Thursday, February 16, 2012

Yo, Hamid. STFU!

Hamid Karzai told a reporter for the Wall Street Journal that his government was secretly negotiating with the Taliban.

Mr. Karzai, please shut up.

Whenever somebody admits to a secret, we need to ask a few questions:
1. Why is this person telling the public about this secret?
2. Are they doing it for a reason?
3. Are they just plain incompetent, or simply loose-lipped?
4. What advantages are to be gained from admitting to the secret?

In this case, I'm not too sure, because in the long term the Afghan's have everything to gain from negotiating with the Taliban. Coming to some kind of an agreement can stop the fighting, bring some measure of stability to Afghanistan, and quite possibly increase Karzai's expected lifespan. In the short term (and this is how decisions tend to be made), however, a continuation of the war means money continues to be pumped into Afghanistan and Karzai's corrupt government remains in place. In this sense, it is not in Karzai's interest to stop the fighting because an end to fighting probably means a new government structure and a new government means no more Karzai on top.

Therefore, if it is in Karzai's interest to prolong the fighting, admitting that his government is secretly negotiating with the Taliban completely kills the chances of a possible settlement-- easily! He single-handedly demonstrated his untrustworthiness to any negotiating party (the U.S. included) and simultaneously pulled the rug out from underneath the Taliban. Job well done!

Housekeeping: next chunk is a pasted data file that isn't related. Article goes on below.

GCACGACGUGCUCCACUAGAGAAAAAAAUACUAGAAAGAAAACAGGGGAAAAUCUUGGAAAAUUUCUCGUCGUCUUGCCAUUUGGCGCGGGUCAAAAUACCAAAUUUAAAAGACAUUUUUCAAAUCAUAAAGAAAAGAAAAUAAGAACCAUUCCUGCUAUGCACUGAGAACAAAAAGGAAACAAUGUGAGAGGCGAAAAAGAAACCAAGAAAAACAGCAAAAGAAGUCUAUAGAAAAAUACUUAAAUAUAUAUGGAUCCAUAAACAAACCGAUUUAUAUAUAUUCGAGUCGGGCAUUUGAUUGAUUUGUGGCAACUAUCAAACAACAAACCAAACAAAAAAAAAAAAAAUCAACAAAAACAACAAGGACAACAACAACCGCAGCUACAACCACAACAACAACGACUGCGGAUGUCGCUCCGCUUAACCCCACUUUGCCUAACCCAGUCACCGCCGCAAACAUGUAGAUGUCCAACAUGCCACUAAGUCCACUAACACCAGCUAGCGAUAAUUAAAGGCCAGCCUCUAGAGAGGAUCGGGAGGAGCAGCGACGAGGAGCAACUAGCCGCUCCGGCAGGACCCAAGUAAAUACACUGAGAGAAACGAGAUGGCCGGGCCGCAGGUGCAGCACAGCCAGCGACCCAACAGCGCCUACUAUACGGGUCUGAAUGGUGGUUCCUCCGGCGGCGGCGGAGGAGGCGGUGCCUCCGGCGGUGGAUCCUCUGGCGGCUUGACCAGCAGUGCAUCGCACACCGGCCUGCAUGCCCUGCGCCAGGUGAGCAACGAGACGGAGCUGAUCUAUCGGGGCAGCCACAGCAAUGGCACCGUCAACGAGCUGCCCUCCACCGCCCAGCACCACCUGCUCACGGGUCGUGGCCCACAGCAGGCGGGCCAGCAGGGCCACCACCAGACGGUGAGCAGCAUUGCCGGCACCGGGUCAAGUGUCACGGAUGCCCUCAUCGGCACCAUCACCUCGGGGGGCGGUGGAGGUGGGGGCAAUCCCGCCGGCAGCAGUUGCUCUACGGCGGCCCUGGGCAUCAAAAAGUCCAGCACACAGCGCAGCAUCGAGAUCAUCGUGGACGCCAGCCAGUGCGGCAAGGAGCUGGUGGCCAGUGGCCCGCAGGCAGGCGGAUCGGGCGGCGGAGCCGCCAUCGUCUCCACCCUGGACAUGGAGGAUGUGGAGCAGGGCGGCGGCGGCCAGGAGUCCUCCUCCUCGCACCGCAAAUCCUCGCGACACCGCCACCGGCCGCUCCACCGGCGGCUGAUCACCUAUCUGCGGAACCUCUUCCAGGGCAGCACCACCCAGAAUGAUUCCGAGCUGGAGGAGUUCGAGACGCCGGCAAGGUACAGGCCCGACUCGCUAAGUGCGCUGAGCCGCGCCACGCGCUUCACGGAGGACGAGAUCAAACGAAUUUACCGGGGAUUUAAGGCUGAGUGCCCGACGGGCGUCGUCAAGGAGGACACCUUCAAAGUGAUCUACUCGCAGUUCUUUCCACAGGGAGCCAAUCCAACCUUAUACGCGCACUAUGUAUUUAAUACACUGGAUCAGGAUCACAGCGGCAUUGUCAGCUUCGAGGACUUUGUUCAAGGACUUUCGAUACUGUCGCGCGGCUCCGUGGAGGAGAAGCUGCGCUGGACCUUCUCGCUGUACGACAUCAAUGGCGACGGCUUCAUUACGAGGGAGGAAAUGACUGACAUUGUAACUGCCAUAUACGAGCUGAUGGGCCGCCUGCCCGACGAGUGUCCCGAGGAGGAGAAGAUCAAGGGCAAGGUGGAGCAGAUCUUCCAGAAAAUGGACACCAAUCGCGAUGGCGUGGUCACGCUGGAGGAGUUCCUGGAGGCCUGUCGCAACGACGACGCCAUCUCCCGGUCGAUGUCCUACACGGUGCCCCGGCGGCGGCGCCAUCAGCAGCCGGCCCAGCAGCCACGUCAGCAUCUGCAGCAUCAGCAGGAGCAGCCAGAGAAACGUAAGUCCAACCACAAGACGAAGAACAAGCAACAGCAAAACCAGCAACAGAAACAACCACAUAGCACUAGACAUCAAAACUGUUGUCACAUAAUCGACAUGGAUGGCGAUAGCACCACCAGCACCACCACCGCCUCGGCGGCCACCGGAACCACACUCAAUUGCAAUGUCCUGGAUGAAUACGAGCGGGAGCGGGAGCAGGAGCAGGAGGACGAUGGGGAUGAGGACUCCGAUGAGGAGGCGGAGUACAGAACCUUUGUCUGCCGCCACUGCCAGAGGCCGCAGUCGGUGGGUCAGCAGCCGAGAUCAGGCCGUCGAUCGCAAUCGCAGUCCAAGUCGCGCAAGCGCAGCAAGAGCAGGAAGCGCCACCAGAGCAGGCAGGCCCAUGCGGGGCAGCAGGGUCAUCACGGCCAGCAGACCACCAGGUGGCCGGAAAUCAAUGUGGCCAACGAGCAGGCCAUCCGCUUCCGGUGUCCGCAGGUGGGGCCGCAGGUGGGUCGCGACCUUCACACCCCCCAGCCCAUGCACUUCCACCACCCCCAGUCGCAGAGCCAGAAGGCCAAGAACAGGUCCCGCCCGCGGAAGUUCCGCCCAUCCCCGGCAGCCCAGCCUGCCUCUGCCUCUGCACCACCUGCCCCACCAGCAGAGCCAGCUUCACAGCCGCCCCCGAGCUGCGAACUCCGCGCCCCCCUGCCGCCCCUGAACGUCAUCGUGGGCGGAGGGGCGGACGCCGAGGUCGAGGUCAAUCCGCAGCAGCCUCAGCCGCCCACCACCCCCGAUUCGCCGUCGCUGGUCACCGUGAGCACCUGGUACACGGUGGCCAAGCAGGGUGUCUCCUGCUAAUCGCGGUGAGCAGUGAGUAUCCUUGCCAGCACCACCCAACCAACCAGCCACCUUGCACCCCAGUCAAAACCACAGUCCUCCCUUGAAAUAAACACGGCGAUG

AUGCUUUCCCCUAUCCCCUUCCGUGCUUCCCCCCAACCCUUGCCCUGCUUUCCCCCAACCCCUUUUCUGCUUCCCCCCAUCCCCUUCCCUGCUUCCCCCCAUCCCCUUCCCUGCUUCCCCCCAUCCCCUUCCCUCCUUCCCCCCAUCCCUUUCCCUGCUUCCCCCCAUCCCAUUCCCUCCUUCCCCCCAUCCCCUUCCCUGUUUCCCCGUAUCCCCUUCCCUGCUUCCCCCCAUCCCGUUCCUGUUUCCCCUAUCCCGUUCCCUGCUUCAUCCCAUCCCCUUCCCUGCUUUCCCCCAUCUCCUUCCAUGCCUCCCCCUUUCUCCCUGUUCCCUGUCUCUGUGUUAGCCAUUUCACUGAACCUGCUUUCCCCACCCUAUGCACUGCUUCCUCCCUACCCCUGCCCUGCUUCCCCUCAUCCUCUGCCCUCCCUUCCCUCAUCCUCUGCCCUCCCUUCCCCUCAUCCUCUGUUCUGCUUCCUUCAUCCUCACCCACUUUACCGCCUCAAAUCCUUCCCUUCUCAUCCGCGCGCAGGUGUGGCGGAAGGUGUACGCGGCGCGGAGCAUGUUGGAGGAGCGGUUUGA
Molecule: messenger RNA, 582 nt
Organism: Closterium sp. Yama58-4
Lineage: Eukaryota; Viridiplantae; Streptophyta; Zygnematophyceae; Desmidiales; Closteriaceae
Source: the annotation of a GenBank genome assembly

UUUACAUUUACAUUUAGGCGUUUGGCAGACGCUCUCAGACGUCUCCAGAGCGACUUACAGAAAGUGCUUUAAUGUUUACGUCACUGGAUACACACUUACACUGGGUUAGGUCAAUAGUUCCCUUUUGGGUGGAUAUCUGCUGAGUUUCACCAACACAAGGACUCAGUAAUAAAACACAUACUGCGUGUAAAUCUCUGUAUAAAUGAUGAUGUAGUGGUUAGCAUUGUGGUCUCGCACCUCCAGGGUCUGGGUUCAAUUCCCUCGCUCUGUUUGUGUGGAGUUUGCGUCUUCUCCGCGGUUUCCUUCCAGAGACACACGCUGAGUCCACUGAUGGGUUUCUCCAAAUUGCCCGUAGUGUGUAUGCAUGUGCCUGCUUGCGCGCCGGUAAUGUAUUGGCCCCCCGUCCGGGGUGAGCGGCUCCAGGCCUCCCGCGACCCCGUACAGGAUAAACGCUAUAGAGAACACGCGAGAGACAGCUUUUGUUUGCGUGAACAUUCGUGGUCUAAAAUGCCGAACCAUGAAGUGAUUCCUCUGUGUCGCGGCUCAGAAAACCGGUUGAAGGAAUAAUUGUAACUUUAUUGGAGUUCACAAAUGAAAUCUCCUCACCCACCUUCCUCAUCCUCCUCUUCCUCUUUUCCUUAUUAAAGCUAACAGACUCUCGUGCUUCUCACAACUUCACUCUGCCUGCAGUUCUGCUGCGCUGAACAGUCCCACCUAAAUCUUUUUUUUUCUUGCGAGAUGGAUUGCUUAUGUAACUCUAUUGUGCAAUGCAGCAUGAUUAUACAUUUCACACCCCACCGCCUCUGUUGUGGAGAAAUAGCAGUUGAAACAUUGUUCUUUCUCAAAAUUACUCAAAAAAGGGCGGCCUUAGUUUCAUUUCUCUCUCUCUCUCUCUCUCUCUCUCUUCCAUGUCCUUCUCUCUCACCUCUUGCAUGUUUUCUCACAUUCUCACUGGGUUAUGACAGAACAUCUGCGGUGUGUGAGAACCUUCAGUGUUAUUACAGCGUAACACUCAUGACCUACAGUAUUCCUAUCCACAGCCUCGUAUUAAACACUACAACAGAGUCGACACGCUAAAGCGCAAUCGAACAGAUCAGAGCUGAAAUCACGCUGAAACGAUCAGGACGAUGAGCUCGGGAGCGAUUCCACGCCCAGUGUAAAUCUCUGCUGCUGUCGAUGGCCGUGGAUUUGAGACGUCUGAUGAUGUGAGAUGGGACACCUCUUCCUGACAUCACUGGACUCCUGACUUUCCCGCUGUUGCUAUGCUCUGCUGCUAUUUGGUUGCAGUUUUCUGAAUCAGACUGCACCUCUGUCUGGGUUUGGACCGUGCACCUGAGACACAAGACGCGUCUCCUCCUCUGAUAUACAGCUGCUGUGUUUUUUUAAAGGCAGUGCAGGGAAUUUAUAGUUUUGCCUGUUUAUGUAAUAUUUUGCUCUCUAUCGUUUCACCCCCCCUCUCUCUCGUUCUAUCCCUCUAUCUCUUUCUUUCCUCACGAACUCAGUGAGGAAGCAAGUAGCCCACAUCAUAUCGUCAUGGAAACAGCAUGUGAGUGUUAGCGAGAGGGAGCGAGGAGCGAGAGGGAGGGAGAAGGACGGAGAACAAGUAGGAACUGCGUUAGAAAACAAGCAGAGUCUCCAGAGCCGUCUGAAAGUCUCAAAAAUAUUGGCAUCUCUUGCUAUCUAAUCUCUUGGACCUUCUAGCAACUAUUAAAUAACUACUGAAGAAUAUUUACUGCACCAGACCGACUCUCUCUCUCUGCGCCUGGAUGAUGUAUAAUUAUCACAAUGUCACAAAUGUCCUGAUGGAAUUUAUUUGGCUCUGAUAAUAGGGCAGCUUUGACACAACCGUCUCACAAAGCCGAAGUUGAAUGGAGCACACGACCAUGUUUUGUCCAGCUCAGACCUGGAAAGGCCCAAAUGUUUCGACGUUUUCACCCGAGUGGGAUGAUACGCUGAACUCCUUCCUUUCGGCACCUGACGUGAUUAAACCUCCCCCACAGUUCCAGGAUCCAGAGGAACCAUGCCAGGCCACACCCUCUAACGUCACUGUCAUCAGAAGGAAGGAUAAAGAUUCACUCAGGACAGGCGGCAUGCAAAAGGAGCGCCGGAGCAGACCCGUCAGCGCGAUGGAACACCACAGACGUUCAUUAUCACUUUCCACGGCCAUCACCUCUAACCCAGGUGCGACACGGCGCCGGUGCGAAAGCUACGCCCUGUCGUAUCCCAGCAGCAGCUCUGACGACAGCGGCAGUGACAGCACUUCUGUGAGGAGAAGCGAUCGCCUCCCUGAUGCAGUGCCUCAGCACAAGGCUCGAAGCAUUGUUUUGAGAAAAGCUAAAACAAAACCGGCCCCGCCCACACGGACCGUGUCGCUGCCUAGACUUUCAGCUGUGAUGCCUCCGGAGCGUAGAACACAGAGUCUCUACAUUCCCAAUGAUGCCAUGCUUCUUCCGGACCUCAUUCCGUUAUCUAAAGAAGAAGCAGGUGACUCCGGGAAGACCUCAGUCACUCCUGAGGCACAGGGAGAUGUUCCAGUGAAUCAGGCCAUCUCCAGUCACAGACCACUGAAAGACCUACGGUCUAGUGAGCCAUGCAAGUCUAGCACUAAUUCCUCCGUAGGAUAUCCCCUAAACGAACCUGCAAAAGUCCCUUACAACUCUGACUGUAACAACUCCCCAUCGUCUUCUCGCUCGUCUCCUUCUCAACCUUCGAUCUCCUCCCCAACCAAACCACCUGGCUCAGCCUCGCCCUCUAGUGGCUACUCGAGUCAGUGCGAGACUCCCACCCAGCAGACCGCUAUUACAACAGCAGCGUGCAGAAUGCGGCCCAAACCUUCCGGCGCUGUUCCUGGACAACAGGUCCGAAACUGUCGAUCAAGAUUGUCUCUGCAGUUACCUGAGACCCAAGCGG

No serious and competent negotiating partner would admit to secret negotiations, and a trustworthy partner would recognize that if the negotiations are being kept a secret, there's probably a reason for it. In the Taliban's case, secret talks are necessary because that has been their stance all along, namely, not negotiating. Understandably, if they are going to talk, those talks would be held in secret (at least at first). Karzai killed that chance and betrayed their scintilla of trust.

I don't like to think that Karzai is purposefully sabotaging a possible reconciliation, but I also don't think that he is an idiot and would let such a secret casually slip in front of a reporter. It is for that reason that I have to assume that he did it on purpose, and that his only purpose was to kill the chances of reconciliation.

Not surprisingly, the Taliban have rejected they have been conducting negotiations, and the chances of that happening in the future seem even more distant.

The only other possibility I can imagine is that the Taliban are fractured, and that one group is indeed interested in negotiating while another group is against it (hence the conflicting signals). Either way, the process is dead for the foreseeable future thanks to Karzai's comments.

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